This week the Home Office published statistics on football-related arrests and football banning orders of last season – 2012/13. There was a slight increase in the number of arrests compared to the previous season, but it has to be remembered last year’s figures saw a record 23% decrease. Thus the slight increase was pretty meaningless in the scheme of things. Still, it didn’t stop the red top newspapers such as the Daily Mirror starting to froth at the mouth and run the headlines like ‘Football hooliganism is back on the rise’. On face value, you’d think football was returning to the ‘dark ages’ (to quote Alex McLeish)
Lets not forget in the 1980’s when English fans had a bad reputation traveling to European games, which the red top media exploited by actually paying fans to start fights and trouble, so they had exclusive hooligan stories for their rags. It’s the sort of sensationalism of fan behavior that the press still practices today – remember MOMS having to call the Birmingham Mail to task over their feeble attempts to blow up Villa and Baggies supporter trouble?
In terms of the new Home Office statistics, across a total Premier League attendance of 13,653,958 there were 722 arrests in the 2012/13 season (and from the four English leagues’ total attendance of 29,225,443, there was a total of 1762 arrests).
Stand out figures from the Home Offices report include:
- Total attendance in excess of 39 million at regulated football matches (including cups and non-league)
- The total number of arrests represents less than 0.01% of the total, or 1 arrest for every 14,000 spectators.
- During the season an average of less than 1 arrest made per match inside and outside of stadia (Premier League 1.90, Championship 1.13, League One 0.42, League Two 0.29).
- No arrests at 75% of all regulated matches.
Arrests by Club & Offence Types – 2012/13 Season
[The statistics cover all arrests designated in law under schedule 1 of the Football Spectators Act 1989 reported by police to the Football Banning Orders Authority. The figures cover arrests at any place within a period of 24 hours either side of a match.]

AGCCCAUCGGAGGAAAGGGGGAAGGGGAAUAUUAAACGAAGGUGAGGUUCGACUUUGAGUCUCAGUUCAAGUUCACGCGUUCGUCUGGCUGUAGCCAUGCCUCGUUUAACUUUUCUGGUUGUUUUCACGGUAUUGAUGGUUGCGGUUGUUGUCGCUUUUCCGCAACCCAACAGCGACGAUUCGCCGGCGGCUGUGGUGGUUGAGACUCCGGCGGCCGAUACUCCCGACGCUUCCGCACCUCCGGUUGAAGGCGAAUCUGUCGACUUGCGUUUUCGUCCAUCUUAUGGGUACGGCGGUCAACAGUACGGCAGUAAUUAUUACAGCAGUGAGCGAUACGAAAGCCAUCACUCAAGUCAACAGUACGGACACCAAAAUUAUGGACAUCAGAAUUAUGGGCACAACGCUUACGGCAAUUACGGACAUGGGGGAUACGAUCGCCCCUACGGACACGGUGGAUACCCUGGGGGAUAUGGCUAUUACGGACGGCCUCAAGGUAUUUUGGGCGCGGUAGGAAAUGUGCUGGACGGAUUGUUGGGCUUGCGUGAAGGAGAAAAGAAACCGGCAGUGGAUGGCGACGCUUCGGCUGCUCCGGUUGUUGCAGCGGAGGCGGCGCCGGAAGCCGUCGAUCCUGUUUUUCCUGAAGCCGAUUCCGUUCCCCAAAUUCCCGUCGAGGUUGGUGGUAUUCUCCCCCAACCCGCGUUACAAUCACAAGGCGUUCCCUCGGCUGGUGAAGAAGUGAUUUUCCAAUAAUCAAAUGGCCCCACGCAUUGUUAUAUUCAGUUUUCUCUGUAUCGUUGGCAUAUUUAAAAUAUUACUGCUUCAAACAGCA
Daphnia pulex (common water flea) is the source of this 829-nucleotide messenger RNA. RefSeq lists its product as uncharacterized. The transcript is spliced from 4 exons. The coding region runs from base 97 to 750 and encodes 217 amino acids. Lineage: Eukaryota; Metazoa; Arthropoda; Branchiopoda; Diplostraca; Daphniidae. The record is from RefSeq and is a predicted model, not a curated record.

Aston Villa arrests seemed to be pretty balanced between home and away matches. In contrast, Newcastle fans seem to go mad at home and behave badly away, while Hammers fans are the opposite. The prize for the nicest fans in the Premier League (in terms of lowest number of arrests at least) goes to Fulham fans with only nine arrests last season. Again, when looking at the above arrest numbers we have to take on board the relative fanbase sizes of each club.
In terms of types of offenses by Villa fans, no trend really stands out, with the main offence by Villa fans being the generic charge of ‘Public disorder’. They are one of nine clubs to have fans done on Pyro charges, one of eight done for racist chanting, while there was zero arrests of Villa fans on the account of touting…well, viagogo seemed to have ‘legally’ cornered the market on that!
Top 10 Order of Premier League Supporters Arrests in 2012/13
- Newcastle United 175
- Manchester United 145
- Manchester City 95
- Chelsea 92
- Sunderland 71
- West Ham United 67
- Arsenal 53
- Aston Villa 51
- Everton 44
- Liverpool 36
Banning Orders (currently being served)
Last season Aston Villa fans received six additional banning orders, while Manchester United top the charts with 17 new ones. As of September 20th, the amount of Villa fans currently serving a banning order, number 44, which ranks along with West Brom as the 11th most in the Premier League.
With Villa’s average attendances being on average 8th in the Premier League over the past five years, being 8th in the total amount of arrests and 11th in banning orders, means generally speaking, Villa fans are slightly better behaved than you’d expect, when factoring in the size of their attendances home and away. In short, a decent result for both supporters and also the community policing approach of the West Midland’s Police. UTV
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